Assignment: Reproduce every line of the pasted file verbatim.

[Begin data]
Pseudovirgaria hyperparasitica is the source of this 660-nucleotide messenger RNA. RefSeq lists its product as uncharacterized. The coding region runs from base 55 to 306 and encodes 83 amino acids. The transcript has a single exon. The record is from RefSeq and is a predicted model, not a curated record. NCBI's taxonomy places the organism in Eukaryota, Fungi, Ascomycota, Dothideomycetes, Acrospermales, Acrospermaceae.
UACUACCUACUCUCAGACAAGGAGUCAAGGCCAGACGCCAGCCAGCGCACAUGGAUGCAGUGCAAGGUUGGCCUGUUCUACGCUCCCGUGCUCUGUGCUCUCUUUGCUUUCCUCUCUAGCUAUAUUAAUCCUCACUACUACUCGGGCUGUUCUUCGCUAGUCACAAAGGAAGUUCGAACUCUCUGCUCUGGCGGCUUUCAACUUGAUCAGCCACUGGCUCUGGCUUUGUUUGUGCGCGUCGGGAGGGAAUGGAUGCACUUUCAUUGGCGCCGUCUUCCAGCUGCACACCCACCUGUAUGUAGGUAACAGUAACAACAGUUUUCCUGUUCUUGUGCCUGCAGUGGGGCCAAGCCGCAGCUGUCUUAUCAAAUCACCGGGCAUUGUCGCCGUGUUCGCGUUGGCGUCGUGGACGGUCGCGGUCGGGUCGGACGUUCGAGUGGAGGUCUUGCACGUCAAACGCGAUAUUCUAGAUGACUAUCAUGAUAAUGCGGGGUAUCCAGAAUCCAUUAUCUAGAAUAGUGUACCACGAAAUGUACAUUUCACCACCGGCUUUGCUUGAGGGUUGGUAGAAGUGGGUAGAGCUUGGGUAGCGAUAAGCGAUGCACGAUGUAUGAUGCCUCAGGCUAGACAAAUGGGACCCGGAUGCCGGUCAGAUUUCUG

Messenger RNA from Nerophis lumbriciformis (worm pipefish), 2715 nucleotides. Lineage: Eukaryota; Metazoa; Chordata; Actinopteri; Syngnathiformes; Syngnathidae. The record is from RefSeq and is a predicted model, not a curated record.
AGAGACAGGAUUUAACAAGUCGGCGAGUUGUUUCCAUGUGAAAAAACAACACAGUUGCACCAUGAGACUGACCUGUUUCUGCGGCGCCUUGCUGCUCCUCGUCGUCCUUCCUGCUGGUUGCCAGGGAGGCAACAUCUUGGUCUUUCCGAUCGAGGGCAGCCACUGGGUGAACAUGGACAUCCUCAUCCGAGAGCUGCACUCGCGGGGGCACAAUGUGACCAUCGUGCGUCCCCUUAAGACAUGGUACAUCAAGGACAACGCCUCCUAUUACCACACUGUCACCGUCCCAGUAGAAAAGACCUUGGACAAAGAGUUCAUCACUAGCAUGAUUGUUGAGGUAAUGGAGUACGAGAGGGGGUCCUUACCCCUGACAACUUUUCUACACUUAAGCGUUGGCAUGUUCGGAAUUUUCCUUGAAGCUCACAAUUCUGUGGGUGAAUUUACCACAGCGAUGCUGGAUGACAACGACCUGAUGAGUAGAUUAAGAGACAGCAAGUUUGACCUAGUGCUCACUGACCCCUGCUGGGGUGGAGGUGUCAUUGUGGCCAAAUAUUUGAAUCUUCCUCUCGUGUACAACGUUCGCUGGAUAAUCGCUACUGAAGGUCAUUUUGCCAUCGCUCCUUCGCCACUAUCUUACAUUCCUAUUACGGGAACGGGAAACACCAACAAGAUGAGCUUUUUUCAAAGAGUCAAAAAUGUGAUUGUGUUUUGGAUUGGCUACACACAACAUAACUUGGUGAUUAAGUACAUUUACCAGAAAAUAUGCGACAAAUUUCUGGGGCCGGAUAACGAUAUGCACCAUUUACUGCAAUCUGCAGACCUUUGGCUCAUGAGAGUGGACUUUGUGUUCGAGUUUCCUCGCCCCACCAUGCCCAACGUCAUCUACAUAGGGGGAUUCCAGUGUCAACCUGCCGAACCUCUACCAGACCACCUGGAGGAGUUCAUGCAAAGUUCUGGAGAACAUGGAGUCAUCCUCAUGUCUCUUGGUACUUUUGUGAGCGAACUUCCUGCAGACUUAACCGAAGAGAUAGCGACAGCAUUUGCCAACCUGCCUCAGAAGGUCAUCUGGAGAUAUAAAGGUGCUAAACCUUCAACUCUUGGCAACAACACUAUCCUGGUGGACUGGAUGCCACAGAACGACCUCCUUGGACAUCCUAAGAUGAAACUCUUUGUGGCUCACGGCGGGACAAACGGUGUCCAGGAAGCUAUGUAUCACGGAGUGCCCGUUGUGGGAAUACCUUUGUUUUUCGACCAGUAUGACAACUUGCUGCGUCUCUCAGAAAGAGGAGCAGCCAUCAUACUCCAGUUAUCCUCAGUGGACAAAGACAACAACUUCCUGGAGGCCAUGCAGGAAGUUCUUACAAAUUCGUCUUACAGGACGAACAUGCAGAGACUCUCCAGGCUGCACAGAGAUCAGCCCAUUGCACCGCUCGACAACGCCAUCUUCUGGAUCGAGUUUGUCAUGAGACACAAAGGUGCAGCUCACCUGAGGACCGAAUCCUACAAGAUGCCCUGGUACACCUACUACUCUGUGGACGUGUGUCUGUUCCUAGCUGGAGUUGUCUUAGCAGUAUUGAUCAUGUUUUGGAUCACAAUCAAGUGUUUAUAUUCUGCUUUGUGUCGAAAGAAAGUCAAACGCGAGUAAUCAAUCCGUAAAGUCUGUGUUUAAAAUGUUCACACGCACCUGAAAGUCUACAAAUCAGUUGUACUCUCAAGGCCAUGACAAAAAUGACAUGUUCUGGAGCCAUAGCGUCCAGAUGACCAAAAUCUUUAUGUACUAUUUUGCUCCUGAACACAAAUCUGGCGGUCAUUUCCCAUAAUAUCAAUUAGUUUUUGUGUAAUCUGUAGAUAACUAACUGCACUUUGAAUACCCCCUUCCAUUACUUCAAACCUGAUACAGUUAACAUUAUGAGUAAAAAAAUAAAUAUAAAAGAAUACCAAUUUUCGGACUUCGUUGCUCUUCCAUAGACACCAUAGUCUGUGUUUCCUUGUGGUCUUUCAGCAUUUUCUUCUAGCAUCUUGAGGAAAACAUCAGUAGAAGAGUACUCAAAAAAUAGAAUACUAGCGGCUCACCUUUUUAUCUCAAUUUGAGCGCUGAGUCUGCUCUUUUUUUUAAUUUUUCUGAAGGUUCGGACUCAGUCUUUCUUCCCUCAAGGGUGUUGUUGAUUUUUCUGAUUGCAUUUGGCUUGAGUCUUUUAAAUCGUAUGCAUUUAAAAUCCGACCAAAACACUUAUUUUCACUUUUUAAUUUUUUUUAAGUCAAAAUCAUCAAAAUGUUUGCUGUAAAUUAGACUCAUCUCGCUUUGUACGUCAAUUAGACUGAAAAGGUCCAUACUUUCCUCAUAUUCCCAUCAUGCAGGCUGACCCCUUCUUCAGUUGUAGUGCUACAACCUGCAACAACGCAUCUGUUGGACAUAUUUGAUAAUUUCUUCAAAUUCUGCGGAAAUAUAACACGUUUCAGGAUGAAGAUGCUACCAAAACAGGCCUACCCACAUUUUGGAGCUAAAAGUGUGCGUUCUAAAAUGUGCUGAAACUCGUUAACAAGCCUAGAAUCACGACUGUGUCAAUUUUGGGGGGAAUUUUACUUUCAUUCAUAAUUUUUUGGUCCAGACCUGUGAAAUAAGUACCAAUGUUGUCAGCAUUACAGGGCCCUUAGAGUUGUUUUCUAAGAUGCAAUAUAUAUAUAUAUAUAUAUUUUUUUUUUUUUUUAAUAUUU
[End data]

Pseudovirgaria hyperparasitica is the source of this 660-nucleotide messenger RNA. RefSeq lists its product as uncharacterized. The coding region runs from base 55 to 306 and encodes 83 amino acids. The transcript has a single exon. The record is from RefSeq and is a predicted model, not a curated record. NCBI's taxonomy places the organism in Eukaryota, Fungi, Ascomycota, Dothideomycetes, Acrospermales, Acrospermaceae.
UACUACCUACUCUCAGACAAGGAGUCAAGGCCAGACGCCAGCCAGCGCACAUGGAUGCAGUGCAAGGUUGGCCUGUUCUACGCUCCCGUGCUCUGUGCUCUCUUUGCUUUCCUCUCUAGCUAUAUUAAUCCUCACUACUACUCGGGCUGUUCUUCGCUAGUCACAAAGGAAGUUCGAACUCUCUGCUCUGGCGGCUUUCAACUUGAUCAGCCACUGGCUCUGGCUUUGUUUGUGCGCGUCGGGAGGGAAUGGAUGCACUUUCAUUGGCGCCGUCUUCCAGCUGCACACCCACCUGUAUGUAGGUAACAGUAACAACAGUUUUCCUGUUCUUGUGCCUGCAGUGGGGCCAAGCCGCAGCUGUCUUAUCAAAUCACCGGGCAUUGUCGCCGUGUUCGCGUUGGCGUCGUGGACGGUCGCGGUCGGGUCGGACGUUCGAGUGGAGGUCUUGCACGUCAAACGCGAUAUUCUAGAUGACUAUCAUGAUAAUGCGGGGUAUCCAGAAUCCAUUAUCUAGAAUAGUGUACCACGAAAUGUACAUUUCACCACCGGCUUUGCUUGAGGGUUGGUAGAAGUGGGUAGAGCUUGGGUAGCGAUAAGCGAUGCACGAUGUAUGAUGCCUCAGGCUAGACAAAUGGGACCCGGAUGCCGGUCAGAUUUCUG

Messenger RNA from Nerophis lumbriciformis (worm pipefish), 2715 nucleotides. Lineage: Eukaryota; Metazoa; Chordata; Actinopteri; Syngnathiformes; Syngnathidae. The record is from RefSeq and is a predicted model, not a curated record.
AGAGACAGGAUUUAACAAGUCGGCGAGUUGUUUCCAUGUGAAAAAACAACACAGUUGCACCAUGAGACUGACCUGUUUCUGCGGCGCCUUGCUGCUCCUCGUCGUCCUUCCUGCUGGUUGCCAGGGAGGCAACAUCUUGGUCUUUCCGAUCGAGGGCAGCCACUGGGUGAACAUGGACAUCCUCAUCCGAGAGCUGCACUCGCGGGGGCACAAUGUGACCAUCGUGCGUCCCCUUAAGACAUGGUACAUCAAGGACAACGCCUCCUAUUACCACACUGUCACCGUCCCAGUAGAAAAGACCUUGGACAAAGAGUUCAUCACUAGCAUGAUUGUUGAGGUAAUGGAGUACGAGAGGGGGUCCUUACCCCUGACAACUUUUCUACACUUAAGCGUUGGCAUGUUCGGAAUUUUCCUUGAAGCUCACAAUUCUGUGGGUGAAUUUACCACAGCGAUGCUGGAUGACAACGACCUGAUGAGUAGAUUAAGAGACAGCAAGUUUGACCUAGUGCUCACUGACCCCUGCUGGGGUGGAGGUGUCAUUGUGGCCAAAUAUUUGAAUCUUCCUCUCGUGUACAACGUUCGCUGGAUAAUCGCUACUGAAGGUCAUUUUGCCAUCGCUCCUUCGCCACUAUCUUACAUUCCUAUUACGGGAACGGGAAACACCAACAAGAUGAGCUUUUUUCAAAGAGUCAAAAAUGUGAUUGUGUUUUGGAUUGGCUACACACAACAUAACUUGGUGAUUAAGUACAUUUACCAGAAAAUAUGCGACAAAUUUCUGGGGCCGGAUAACGAUAUGCACCAUUUACUGCAAUCUGCAGACCUUUGGCUCAUGAGAGUGGACUUUGUGUUCGAGUUUCCUCGCCCCACCAUGCCCAACGUCAUCUACAUAGGGGGAUUCCAGUGUCAACCUGCCGAACCUCUACCAGACCACCUGGAGGAGUUCAUGCAAAGUUCUGGAGAACAUGGAGUCAUCCUCAUGUCUCUUGGUACUUUUGUGAGCGAACUUCCUGCAGACUUAACCGAAGAGAUAGCGACAGCAUUUGCCAACCUGCCUCAGAAGGUCAUCUGGAGAUAUAAAGGUGCUAAACCUUCAACUCUUGGCAACAACACUAUCCUGGUGGACUGGAUGCCACAGAACGACCUCCUUGGACAUCCUAAGAUGAAACUCUUUGUGGCUCACGGCGGGACAAACGGUGUCCAGGAAGCUAUGUAUCACGGAGUGCCCGUUGUGGGAAUACCUUUGUUUUUCGACCAGUAUGACAACUUGCUGCGUCUCUCAGAAAGAGGAGCAGCCAUCAUACUCCAGUUAUCCUCAGUGGACAAAGACAACAACUUCCUGGAGGCCAUGCAGGAAGUUCUUACAAAUUCGUCUUACAGGACGAACAUGCAGAGACUCUCCAGGCUGCACAGAGAUCAGCCCAUUGCACCGCUCGACAACGCCAUCUUCUGGAUCGAGUUUGUCAUGAGACACAAAGGUGCAGCUCACCUGAGGACCGAAUCCUACAAGAUGCCCUGGUACACCUACUACUCUGUGGACGUGUGUCUGUUCCUAGCUGGAGUUGUCUUAGCAGUAUUGAUCAUGUUUUGGAUCACAAUCAAGUGUUUAUAUUCUGCUUUGUGUCGAAAGAAAGUCAAACGCGAGUAAUCAAUCCGUAAAGUCUGUGUUUAAAAUGUUCACACGCACCUGAAAGUCUACAAAUCAGUUGUACUCUCAAGGCCAUGACAAAAAUGACAUGUUCUGGAGCCAUAGCGUCCAGAUGACCAAAAUCUUUAUGUACUAUUUUGCUCCUGAACACAAAUCUGGCGGUCAUUUCCCAUAAUAUCAAUUAGUUUUUGUGUAAUCUGUAGAUAACUAACUGCACUUUGAAUACCCCCUUCCAUUACUUCAAACCUGAUACAGUUAACAUUAUGAGUAAAAAAAUAAAUAUAAAAGAAUACCAAUUUUCGGACUUCGUUGCUCUUCCAUAGACACCAUAGUCUGUGUUUCCUUGUGGUCUUUCAGCAUUUUCUUCUAGCAUCUUGAGGAAAACAUCAGUAGAAGAGUACUCAAAAAAUAGAAUACUAGCGGCUCACCUUUUUAUCUCAAUUUGAGCGCUGAGUCUGCUCUUUUUUUUAAUUUUUCUGAAGGUUCGGACUCAGUCUUUCUUCCCUCAAGGGUGUUGUUGAUUUUUCUGAUUGCAUUUGGCUUGAGUCUUUUAAAUCGUAUGCAUUUAAAAUCCGACCAAAACACUUAUUUUCACUUUUUAAUUUUUUUUAAGUCAAAAUCAUCAAAAUGUUUGCUGUAAAUUAGACUCAUCUCGCUUUGUACGUCAAUUAGACUGAAAAGGUCCAUACUUUCCUCAUAUUCCCAUCAUGCAGGCUGACCCCUUCUUCAGUUGUAGUGCUACAACCUGCAACAACGCAUCUGUUGGACAUAUUUGAUAAUUUCUUCAAAUUCUGCGGAAAUAUAACACGUUUCAGGAUGAAGAUGCUACCAAAACAGGCCUACCCACAUUUUGGAGCUAAAAGUGUGCGUUCUAAAAUGUGCUGAAACUCGUUAACAAGCCUAGAAUCACGACUGUGUCAAUUUUGGGGGGAAUUUUACUUUCAUUCAUAAUUUUUUGGUCCAGACCUGUGAAAUAAGUACCAAUGUUGUCAGCAUUACAGGGCCCUUAGAGUUGUUUUCUAAGAUGCAAUAUAUAUAUAUAUAUAUAUUUUUUUUUUUUUUUAAUAUUU